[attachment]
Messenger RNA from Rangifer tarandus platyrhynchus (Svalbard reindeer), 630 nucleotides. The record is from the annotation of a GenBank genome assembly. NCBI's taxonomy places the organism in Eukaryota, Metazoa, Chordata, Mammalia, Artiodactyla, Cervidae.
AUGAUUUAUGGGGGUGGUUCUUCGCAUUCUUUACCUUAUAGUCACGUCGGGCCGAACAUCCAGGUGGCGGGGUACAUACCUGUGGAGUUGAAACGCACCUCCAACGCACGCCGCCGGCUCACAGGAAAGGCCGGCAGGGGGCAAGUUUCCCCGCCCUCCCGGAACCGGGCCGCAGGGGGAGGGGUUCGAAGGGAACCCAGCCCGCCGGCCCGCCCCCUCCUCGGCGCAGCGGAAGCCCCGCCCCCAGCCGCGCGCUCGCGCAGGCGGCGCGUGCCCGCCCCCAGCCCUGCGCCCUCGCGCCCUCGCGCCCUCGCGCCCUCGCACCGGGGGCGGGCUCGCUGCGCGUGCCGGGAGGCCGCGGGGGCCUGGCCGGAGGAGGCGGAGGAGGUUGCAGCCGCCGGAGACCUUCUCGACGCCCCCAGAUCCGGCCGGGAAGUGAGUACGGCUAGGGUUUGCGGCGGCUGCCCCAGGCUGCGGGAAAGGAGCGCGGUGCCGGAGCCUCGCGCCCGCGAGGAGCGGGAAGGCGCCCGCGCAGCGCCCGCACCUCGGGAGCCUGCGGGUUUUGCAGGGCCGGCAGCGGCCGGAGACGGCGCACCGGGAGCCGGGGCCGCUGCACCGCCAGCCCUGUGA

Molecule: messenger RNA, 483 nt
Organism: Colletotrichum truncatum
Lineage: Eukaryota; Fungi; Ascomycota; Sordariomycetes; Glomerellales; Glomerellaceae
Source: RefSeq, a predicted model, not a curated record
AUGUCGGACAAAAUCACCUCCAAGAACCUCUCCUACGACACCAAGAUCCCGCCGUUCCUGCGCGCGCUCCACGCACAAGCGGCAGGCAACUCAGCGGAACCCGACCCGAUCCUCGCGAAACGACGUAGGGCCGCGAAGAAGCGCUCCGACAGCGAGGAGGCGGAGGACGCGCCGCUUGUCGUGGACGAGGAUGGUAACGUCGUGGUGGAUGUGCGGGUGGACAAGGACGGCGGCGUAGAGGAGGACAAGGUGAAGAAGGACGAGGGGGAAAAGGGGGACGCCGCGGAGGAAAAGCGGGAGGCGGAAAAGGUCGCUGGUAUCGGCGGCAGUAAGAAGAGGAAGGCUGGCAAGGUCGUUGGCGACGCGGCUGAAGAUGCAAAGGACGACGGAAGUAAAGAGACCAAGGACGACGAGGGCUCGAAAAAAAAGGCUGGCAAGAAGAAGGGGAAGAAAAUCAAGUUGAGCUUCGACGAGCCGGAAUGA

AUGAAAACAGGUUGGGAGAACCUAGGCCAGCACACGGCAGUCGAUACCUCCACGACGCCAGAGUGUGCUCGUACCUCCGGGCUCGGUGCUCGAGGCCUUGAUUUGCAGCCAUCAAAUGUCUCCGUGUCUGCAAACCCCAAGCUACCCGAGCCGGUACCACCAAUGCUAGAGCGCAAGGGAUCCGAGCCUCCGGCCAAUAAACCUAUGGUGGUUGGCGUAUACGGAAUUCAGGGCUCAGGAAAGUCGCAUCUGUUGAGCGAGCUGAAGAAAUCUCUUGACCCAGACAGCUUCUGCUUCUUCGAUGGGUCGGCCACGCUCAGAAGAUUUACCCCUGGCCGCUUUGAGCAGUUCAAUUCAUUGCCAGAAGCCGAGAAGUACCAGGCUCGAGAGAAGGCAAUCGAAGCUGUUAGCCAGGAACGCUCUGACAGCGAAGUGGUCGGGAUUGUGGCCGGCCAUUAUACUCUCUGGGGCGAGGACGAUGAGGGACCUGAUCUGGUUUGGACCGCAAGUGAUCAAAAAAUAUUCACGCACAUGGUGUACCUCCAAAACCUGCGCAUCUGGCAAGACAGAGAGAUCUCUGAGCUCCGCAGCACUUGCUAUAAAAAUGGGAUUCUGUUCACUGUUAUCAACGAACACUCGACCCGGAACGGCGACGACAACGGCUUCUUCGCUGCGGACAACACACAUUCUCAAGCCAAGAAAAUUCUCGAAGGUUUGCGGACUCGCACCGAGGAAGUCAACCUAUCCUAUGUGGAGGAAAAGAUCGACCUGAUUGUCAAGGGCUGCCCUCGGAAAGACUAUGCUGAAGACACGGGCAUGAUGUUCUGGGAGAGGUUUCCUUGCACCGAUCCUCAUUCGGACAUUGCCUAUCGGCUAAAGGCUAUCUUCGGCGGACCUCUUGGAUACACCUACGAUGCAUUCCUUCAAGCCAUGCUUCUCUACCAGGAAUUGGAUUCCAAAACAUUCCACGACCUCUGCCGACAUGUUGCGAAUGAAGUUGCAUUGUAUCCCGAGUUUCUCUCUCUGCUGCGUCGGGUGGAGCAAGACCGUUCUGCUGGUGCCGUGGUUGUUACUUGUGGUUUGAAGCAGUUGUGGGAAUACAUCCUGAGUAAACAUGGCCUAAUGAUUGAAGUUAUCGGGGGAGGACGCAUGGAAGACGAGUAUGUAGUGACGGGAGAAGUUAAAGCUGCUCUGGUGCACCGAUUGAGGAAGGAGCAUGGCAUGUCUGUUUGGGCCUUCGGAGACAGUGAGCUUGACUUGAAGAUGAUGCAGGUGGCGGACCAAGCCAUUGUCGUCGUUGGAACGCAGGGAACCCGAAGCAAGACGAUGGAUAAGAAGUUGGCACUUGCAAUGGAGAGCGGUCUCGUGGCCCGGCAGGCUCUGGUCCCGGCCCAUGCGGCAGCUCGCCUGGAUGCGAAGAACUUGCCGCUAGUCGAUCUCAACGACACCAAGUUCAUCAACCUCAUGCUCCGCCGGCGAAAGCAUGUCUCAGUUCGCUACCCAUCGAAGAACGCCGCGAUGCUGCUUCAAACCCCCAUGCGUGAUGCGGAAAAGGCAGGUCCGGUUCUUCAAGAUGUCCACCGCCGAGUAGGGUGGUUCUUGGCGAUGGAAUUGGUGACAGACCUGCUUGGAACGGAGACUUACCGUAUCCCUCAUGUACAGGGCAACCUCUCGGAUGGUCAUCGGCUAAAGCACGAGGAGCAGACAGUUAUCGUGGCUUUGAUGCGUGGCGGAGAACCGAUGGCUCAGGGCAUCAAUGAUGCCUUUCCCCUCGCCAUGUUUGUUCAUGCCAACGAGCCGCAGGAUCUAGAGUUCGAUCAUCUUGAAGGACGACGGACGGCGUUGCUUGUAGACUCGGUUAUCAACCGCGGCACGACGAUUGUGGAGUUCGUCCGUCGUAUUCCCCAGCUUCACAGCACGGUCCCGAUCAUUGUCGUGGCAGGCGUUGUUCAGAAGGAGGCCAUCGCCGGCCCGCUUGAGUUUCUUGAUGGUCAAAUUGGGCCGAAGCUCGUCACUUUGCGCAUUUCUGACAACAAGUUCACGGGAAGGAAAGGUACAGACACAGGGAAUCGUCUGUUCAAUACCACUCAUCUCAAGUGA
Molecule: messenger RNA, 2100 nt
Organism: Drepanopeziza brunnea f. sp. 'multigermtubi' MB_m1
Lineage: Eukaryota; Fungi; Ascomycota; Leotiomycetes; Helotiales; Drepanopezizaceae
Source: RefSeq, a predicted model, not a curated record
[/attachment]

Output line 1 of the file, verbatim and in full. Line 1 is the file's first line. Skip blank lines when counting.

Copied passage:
Messenger RNA from Rangifer tarandus platyrhynchus (Svalbard reindeer), 630 nucleotides. The record is from the annotation of a GenBank genome assembly. NCBI's taxonomy places the organism in Eukaryota, Metazoa, Chordata, Mammalia, Artiodactyla, Cervidae.